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Raising the Bar: Extreme Makeover: Staff Development Edition

By Mathieu Aubuchon
Principal, January/February 2013

Turning around a school with a persistent culture of low performance requires an extreme willingness to learn to do things differently. Professional development— for school leaders and teachers—is a key part of this transformation.

When I became principal of Westminster Elementary School in 2010, it was one of the three lowest performing schools in Adams County School District 50. Staff members had a perception that our students, more than 80 percent of whom are economically disadvantaged and 36 percent are English-language learners, could only get so far, perpetuating the culture of low achievement.

In January 2010, the Colorado Department of Education visited Westminster and rated the school as exemplary in 0 percent and proficient in only 22 percent of the 71 quality indicators on the state’s Standards and Indicators for School Improvement. The reviewers recommended that Westminster:

  • Design and implement effective professional development to build and deepen instructional practices proven to raise student achievement.
  • Create a culture of high expectations, rigor, and engaging instructional practices.

Using a state grant, we hired a consultant team to provide professional development. Through monthly visits, the team focused on the philosophy of teaching and instructional practices, including lesson planning and classroom management. The broad-based consulting program didn’t succeed.

After a follow-up grant review found a persistent lack of rigorous instructional practices, and a lack of consistency in instruction, staffing, collaboration, and data use, Colorado labeled Westminster as a federal “turnaround” school.

Bringing Change
Despite the challenges, our staff didn’t give up. I delivered the message to staff that 2011-2012 was going to be the hardest professional year of their lives. If a staff member was unwilling to fully commit, we would need to find them a job elsewhere. Some remained and vowed to change their practices. Others moved on to other schools or retirement. We also prioritized our resources and matched our best teachers with the students who most needed their support. Staff recognized that if teachers didn’t commit themselves to this turnaround process, it would not work. True “turnaround” efforts take place at the parent-student-teacher level where relationships are cultivated.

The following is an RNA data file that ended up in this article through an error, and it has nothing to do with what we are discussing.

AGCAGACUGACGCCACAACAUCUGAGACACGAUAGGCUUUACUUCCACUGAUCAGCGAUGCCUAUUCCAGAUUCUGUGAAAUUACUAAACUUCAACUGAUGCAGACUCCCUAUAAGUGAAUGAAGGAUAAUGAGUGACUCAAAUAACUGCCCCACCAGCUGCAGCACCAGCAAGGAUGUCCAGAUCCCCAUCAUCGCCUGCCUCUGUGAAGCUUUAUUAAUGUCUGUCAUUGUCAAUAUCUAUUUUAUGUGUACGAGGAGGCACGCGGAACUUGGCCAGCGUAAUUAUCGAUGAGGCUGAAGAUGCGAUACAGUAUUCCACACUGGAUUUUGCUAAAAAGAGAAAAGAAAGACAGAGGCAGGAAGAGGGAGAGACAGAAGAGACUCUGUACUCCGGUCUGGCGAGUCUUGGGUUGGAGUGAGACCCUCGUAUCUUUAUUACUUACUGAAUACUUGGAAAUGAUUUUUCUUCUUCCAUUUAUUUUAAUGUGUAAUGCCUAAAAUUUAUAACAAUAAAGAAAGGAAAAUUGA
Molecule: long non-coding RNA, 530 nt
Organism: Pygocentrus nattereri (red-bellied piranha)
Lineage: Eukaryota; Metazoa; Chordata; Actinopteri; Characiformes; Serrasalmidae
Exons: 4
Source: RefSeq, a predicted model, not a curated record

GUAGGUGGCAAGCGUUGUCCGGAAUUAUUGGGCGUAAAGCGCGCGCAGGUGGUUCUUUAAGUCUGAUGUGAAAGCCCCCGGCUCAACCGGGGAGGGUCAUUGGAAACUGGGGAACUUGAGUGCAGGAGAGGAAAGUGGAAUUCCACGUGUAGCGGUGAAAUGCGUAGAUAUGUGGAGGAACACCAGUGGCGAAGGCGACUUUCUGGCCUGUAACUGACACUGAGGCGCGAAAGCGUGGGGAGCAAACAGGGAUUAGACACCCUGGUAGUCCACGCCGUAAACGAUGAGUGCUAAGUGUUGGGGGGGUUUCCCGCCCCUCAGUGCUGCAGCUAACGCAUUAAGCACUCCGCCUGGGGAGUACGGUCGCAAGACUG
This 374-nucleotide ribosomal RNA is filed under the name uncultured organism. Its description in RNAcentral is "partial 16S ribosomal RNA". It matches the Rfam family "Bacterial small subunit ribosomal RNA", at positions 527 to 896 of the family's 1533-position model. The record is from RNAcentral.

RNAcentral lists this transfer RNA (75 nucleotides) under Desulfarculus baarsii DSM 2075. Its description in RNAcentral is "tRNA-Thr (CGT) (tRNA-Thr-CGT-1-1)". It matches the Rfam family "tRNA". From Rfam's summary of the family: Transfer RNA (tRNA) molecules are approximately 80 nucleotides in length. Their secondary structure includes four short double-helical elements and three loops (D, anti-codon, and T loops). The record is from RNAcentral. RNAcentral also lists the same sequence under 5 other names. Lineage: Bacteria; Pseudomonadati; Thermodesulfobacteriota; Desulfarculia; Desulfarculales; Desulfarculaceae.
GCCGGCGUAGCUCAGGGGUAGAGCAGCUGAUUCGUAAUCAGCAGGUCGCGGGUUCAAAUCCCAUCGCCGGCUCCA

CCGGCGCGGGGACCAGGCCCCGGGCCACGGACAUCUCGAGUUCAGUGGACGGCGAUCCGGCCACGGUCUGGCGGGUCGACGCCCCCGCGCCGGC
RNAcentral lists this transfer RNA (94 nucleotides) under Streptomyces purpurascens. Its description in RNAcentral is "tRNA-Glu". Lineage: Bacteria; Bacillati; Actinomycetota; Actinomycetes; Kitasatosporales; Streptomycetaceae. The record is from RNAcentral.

Turning around a school also requires support at all levels. The District 50 Board of Education implemented regular visits from our board liaison and sent a message of support that they believed in us to make the changes needed.

Our district learning services staff spent time each week consulting with building leadership, working as a liaison to the Department of Education, and providing support. District 50 principals collaborated to ensure that we had the support to maintain focus on our key initiatives.

At a staff retreat in summer 2011, we established building-wide common expectations, a shared vision and code of conduct, and a core value to hold instructional time sacred. We initiated a data dialogue using our achievement test scores and brainstormed ways to fill in gaps.

We also held a boot camp for new teachers and support staff to build an understanding of our expectations, curriculum, and standard operating procedures. We also answered questions, addressed concerns, and provided time for new staff to work in their classrooms.

New Initiatives
When the 2011-2012 school year began, we embarked on new initiatives, mostly in reading and writing, introducing a leveled literacy intervention program and a process for teaching vocabulary. We launched a writing program and later brought in a coach to help teachers write lesson plans, implement program components, and create a writing plan template.